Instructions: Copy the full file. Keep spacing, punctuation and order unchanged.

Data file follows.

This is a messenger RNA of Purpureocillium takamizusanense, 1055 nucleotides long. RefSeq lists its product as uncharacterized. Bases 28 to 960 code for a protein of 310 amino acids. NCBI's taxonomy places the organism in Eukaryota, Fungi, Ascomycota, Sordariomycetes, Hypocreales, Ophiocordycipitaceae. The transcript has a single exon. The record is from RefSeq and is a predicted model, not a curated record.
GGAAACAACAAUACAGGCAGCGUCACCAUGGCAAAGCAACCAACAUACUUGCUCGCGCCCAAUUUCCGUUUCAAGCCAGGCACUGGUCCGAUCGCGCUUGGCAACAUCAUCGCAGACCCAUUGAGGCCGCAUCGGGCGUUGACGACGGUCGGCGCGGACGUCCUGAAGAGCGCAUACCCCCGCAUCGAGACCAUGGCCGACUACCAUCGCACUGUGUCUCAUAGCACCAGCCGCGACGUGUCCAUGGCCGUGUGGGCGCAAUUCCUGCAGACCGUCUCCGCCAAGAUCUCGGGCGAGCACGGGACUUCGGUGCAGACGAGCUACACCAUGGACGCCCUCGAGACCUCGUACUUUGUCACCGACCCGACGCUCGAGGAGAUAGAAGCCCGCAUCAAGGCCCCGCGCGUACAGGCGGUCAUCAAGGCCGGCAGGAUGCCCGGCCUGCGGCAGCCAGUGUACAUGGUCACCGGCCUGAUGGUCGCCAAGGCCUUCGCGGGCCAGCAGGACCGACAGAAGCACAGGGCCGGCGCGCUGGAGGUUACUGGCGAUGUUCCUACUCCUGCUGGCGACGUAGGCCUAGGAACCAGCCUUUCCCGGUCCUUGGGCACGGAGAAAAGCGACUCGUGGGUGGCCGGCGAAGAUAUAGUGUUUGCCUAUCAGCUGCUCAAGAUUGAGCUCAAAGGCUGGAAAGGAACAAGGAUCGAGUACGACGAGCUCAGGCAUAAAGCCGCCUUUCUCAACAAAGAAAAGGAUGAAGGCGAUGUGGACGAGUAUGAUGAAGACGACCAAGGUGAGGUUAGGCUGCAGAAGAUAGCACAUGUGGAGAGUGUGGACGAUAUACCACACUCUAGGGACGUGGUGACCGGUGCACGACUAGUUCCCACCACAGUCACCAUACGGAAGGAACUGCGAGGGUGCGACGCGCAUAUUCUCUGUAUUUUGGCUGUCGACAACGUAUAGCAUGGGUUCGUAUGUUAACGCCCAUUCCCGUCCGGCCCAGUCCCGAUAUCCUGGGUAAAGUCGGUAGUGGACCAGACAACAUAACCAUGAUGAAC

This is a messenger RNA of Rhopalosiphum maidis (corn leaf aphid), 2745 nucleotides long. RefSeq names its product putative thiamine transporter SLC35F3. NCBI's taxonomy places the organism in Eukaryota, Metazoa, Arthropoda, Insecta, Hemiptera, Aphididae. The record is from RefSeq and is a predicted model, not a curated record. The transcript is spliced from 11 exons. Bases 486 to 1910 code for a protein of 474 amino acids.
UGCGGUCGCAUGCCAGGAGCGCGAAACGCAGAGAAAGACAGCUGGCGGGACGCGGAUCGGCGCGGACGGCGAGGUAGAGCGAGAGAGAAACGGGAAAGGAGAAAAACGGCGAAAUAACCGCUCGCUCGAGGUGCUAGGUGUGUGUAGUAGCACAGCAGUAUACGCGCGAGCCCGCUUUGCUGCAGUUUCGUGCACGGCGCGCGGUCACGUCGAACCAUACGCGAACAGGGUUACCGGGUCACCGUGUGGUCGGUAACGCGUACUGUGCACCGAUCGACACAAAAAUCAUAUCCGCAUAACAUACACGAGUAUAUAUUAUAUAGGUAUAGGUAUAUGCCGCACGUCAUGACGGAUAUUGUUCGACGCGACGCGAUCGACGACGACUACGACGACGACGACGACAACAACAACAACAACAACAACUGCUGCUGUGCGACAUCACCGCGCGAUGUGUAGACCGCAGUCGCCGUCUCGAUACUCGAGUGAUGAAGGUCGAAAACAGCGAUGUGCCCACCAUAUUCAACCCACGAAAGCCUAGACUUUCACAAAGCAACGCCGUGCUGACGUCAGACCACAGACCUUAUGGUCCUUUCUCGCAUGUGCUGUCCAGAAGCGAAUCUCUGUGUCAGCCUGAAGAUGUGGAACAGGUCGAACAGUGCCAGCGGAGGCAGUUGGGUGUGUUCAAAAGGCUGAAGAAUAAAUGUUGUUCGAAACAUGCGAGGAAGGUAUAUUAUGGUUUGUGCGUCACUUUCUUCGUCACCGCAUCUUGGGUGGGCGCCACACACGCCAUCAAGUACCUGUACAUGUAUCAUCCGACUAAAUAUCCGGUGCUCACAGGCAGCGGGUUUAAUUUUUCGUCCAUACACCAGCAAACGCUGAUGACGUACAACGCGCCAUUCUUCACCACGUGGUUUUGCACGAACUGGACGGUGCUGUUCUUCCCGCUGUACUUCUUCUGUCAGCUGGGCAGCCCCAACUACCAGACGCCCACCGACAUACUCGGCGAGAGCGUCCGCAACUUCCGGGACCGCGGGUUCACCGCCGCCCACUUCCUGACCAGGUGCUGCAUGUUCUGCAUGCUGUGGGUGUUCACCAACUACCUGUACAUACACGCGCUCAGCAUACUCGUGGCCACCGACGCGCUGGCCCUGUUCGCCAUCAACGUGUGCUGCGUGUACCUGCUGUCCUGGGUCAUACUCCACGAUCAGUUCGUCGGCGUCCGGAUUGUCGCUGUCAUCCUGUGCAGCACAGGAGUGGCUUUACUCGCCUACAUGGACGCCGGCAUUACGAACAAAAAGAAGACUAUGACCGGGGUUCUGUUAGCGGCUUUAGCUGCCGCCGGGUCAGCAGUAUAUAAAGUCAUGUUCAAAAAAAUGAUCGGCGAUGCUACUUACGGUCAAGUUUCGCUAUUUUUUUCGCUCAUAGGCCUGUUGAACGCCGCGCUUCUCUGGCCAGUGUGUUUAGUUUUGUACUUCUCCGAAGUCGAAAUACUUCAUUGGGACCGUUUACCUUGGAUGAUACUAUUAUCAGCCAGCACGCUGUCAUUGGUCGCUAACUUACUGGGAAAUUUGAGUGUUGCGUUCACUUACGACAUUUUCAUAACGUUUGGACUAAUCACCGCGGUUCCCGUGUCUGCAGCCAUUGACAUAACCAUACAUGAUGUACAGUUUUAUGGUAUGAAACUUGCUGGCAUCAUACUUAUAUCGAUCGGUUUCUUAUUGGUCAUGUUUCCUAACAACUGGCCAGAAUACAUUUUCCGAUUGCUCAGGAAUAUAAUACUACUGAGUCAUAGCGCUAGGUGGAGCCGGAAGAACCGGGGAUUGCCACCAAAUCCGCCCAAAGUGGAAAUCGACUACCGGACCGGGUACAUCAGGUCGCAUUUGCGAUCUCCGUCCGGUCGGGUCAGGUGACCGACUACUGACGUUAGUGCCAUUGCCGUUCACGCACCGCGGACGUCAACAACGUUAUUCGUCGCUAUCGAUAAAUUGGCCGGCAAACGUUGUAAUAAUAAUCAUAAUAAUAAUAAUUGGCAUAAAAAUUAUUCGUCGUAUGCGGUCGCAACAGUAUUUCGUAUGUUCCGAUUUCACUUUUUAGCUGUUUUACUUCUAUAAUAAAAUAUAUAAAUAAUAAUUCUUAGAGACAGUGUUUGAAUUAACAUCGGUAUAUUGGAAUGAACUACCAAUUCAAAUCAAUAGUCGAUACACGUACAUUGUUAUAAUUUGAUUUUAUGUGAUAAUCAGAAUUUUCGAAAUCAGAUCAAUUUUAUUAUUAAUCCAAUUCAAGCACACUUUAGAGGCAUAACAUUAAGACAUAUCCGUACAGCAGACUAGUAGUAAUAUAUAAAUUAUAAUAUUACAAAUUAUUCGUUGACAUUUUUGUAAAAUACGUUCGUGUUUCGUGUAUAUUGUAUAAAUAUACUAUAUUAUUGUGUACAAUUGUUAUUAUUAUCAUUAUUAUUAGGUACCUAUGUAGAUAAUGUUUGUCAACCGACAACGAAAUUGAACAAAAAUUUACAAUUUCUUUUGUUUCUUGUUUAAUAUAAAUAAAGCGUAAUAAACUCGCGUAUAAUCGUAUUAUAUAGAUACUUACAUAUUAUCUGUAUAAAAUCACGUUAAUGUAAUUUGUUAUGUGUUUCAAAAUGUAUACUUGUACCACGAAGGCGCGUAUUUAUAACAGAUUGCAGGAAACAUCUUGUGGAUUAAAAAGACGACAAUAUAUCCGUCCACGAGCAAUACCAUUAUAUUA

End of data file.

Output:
This is a messenger RNA of Purpureocillium takamizusanense, 1055 nucleotides long. RefSeq lists its product as uncharacterized. Bases 28 to 960 code for a protein of 310 amino acids. NCBI's taxonomy places the organism in Eukaryota, Fungi, Ascomycota, Sordariomycetes, Hypocreales, Ophiocordycipitaceae. The transcript has a single exon. The record is from RefSeq and is a predicted model, not a curated record.
GGAAACAACAAUACAGGCAGCGUCACCAUGGCAAAGCAACCAACAUACUUGCUCGCGCCCAAUUUCCGUUUCAAGCCAGGCACUGGUCCGAUCGCGCUUGGCAACAUCAUCGCAGACCCAUUGAGGCCGCAUCGGGCGUUGACGACGGUCGGCGCGGACGUCCUGAAGAGCGCAUACCCCCGCAUCGAGACCAUGGCCGACUACCAUCGCACUGUGUCUCAUAGCACCAGCCGCGACGUGUCCAUGGCCGUGUGGGCGCAAUUCCUGCAGACCGUCUCCGCCAAGAUCUCGGGCGAGCACGGGACUUCGGUGCAGACGAGCUACACCAUGGACGCCCUCGAGACCUCGUACUUUGUCACCGACCCGACGCUCGAGGAGAUAGAAGCCCGCAUCAAGGCCCCGCGCGUACAGGCGGUCAUCAAGGCCGGCAGGAUGCCCGGCCUGCGGCAGCCAGUGUACAUGGUCACCGGCCUGAUGGUCGCCAAGGCCUUCGCGGGCCAGCAGGACCGACAGAAGCACAGGGCCGGCGCGCUGGAGGUUACUGGCGAUGUUCCUACUCCUGCUGGCGACGUAGGCCUAGGAACCAGCCUUUCCCGGUCCUUGGGCACGGAGAAAAGCGACUCGUGGGUGGCCGGCGAAGAUAUAGUGUUUGCCUAUCAGCUGCUCAAGAUUGAGCUCAAAGGCUGGAAAGGAACAAGGAUCGAGUACGACGAGCUCAGGCAUAAAGCCGCCUUUCUCAACAAAGAAAAGGAUGAAGGCGAUGUGGACGAGUAUGAUGAAGACGACCAAGGUGAGGUUAGGCUGCAGAAGAUAGCACAUGUGGAGAGUGUGGACGAUAUACCACACUCUAGGGACGUGGUGACCGGUGCACGACUAGUUCCCACCACAGUCACCAUACGGAAGGAACUGCGAGGGUGCGACGCGCAUAUUCUCUGUAUUUUGGCUGUCGACAACGUAUAGCAUGGGUUCGUAUGUUAACGCCCAUUCCCGUCCGGCCCAGUCCCGAUAUCCUGGGUAAAGUCGGUAGUGGACCAGACAACAUAACCAUGAUGAAC

This is a messenger RNA of Rhopalosiphum maidis (corn leaf aphid), 2745 nucleotides long. RefSeq names its product putative thiamine transporter SLC35F3. NCBI's taxonomy places the organism in Eukaryota, Metazoa, Arthropoda, Insecta, Hemiptera, Aphididae. The record is from RefSeq and is a predicted model, not a curated record. The transcript is spliced from 11 exons. Bases 486 to 1910 code for a protein of 474 amino acids.
UGCGGUCGCAUGCCAGGAGCGCGAAACGCAGAGAAAGACAGCUGGCGGGACGCGGAUCGGCGCGGACGGCGAGGUAGAGCGAGAGAGAAACGGGAAAGGAGAAAAACGGCGAAAUAACCGCUCGCUCGAGGUGCUAGGUGUGUGUAGUAGCACAGCAGUAUACGCGCGAGCCCGCUUUGCUGCAGUUUCGUGCACGGCGCGCGGUCACGUCGAACCAUACGCGAACAGGGUUACCGGGUCACCGUGUGGUCGGUAACGCGUACUGUGCACCGAUCGACACAAAAAUCAUAUCCGCAUAACAUACACGAGUAUAUAUUAUAUAGGUAUAGGUAUAUGCCGCACGUCAUGACGGAUAUUGUUCGACGCGACGCGAUCGACGACGACUACGACGACGACGACGACAACAACAACAACAACAACAACUGCUGCUGUGCGACAUCACCGCGCGAUGUGUAGACCGCAGUCGCCGUCUCGAUACUCGAGUGAUGAAGGUCGAAAACAGCGAUGUGCCCACCAUAUUCAACCCACGAAAGCCUAGACUUUCACAAAGCAACGCCGUGCUGACGUCAGACCACAGACCUUAUGGUCCUUUCUCGCAUGUGCUGUCCAGAAGCGAAUCUCUGUGUCAGCCUGAAGAUGUGGAACAGGUCGAACAGUGCCAGCGGAGGCAGUUGGGUGUGUUCAAAAGGCUGAAGAAUAAAUGUUGUUCGAAACAUGCGAGGAAGGUAUAUUAUGGUUUGUGCGUCACUUUCUUCGUCACCGCAUCUUGGGUGGGCGCCACACACGCCAUCAAGUACCUGUACAUGUAUCAUCCGACUAAAUAUCCGGUGCUCACAGGCAGCGGGUUUAAUUUUUCGUCCAUACACCAGCAAACGCUGAUGACGUACAACGCGCCAUUCUUCACCACGUGGUUUUGCACGAACUGGACGGUGCUGUUCUUCCCGCUGUACUUCUUCUGUCAGCUGGGCAGCCCCAACUACCAGACGCCCACCGACAUACUCGGCGAGAGCGUCCGCAACUUCCGGGACCGCGGGUUCACCGCCGCCCACUUCCUGACCAGGUGCUGCAUGUUCUGCAUGCUGUGGGUGUUCACCAACUACCUGUACAUACACGCGCUCAGCAUACUCGUGGCCACCGACGCGCUGGCCCUGUUCGCCAUCAACGUGUGCUGCGUGUACCUGCUGUCCUGGGUCAUACUCCACGAUCAGUUCGUCGGCGUCCGGAUUGUCGCUGUCAUCCUGUGCAGCACAGGAGUGGCUUUACUCGCCUACAUGGACGCCGGCAUUACGAACAAAAAGAAGACUAUGACCGGGGUUCUGUUAGCGGCUUUAGCUGCCGCCGGGUCAGCAGUAUAUAAAGUCAUGUUCAAAAAAAUGAUCGGCGAUGCUACUUACGGUCAAGUUUCGCUAUUUUUUUCGCUCAUAGGCCUGUUGAACGCCGCGCUUCUCUGGCCAGUGUGUUUAGUUUUGUACUUCUCCGAAGUCGAAAUACUUCAUUGGGACCGUUUACCUUGGAUGAUACUAUUAUCAGCCAGCACGCUGUCAUUGGUCGCUAACUUACUGGGAAAUUUGAGUGUUGCGUUCACUUACGACAUUUUCAUAACGUUUGGACUAAUCACCGCGGUUCCCGUGUCUGCAGCCAUUGACAUAACCAUACAUGAUGUACAGUUUUAUGGUAUGAAACUUGCUGGCAUCAUACUUAUAUCGAUCGGUUUCUUAUUGGUCAUGUUUCCUAACAACUGGCCAGAAUACAUUUUCCGAUUGCUCAGGAAUAUAAUACUACUGAGUCAUAGCGCUAGGUGGAGCCGGAAGAACCGGGGAUUGCCACCAAAUCCGCCCAAAGUGGAAAUCGACUACCGGACCGGGUACAUCAGGUCGCAUUUGCGAUCUCCGUCCGGUCGGGUCAGGUGACCGACUACUGACGUUAGUGCCAUUGCCGUUCACGCACCGCGGACGUCAACAACGUUAUUCGUCGCUAUCGAUAAAUUGGCCGGCAAACGUUGUAAUAAUAAUCAUAAUAAUAAUAAUUGGCAUAAAAAUUAUUCGUCGUAUGCGGUCGCAACAGUAUUUCGUAUGUUCCGAUUUCACUUUUUAGCUGUUUUACUUCUAUAAUAAAAUAUAUAAAUAAUAAUUCUUAGAGACAGUGUUUGAAUUAACAUCGGUAUAUUGGAAUGAACUACCAAUUCAAAUCAAUAGUCGAUACACGUACAUUGUUAUAAUUUGAUUUUAUGUGAUAAUCAGAAUUUUCGAAAUCAGAUCAAUUUUAUUAUUAAUCCAAUUCAAGCACACUUUAGAGGCAUAACAUUAAGACAUAUCCGUACAGCAGACUAGUAGUAAUAUAUAAAUUAUAAUAUUACAAAUUAUUCGUUGACAUUUUUGUAAAAUACGUUCGUGUUUCGUGUAUAUUGUAUAAAUAUACUAUAUUAUUGUGUACAAUUGUUAUUAUUAUCAUUAUUAUUAGGUACCUAUGUAGAUAAUGUUUGUCAACCGACAACGAAAUUGAACAAAAAUUUACAAUUUCUUUUGUUUCUUGUUUAAUAUAAAUAAAGCGUAAUAAACUCGCGUAUAAUCGUAUUAUAUAGAUACUUACAUAUUAUCUGUAUAAAAUCACGUUAAUGUAAUUUGUUAUGUGUUUCAAAAUGUAUACUUGUACCACGAAGGCGCGUAUUUAUAACAGAUUGCAGGAAACAUCUUGUGGAUUAAAAAGACGACAAUAUAUCCGUCCACGAGCAAUACCAUUAUAUUA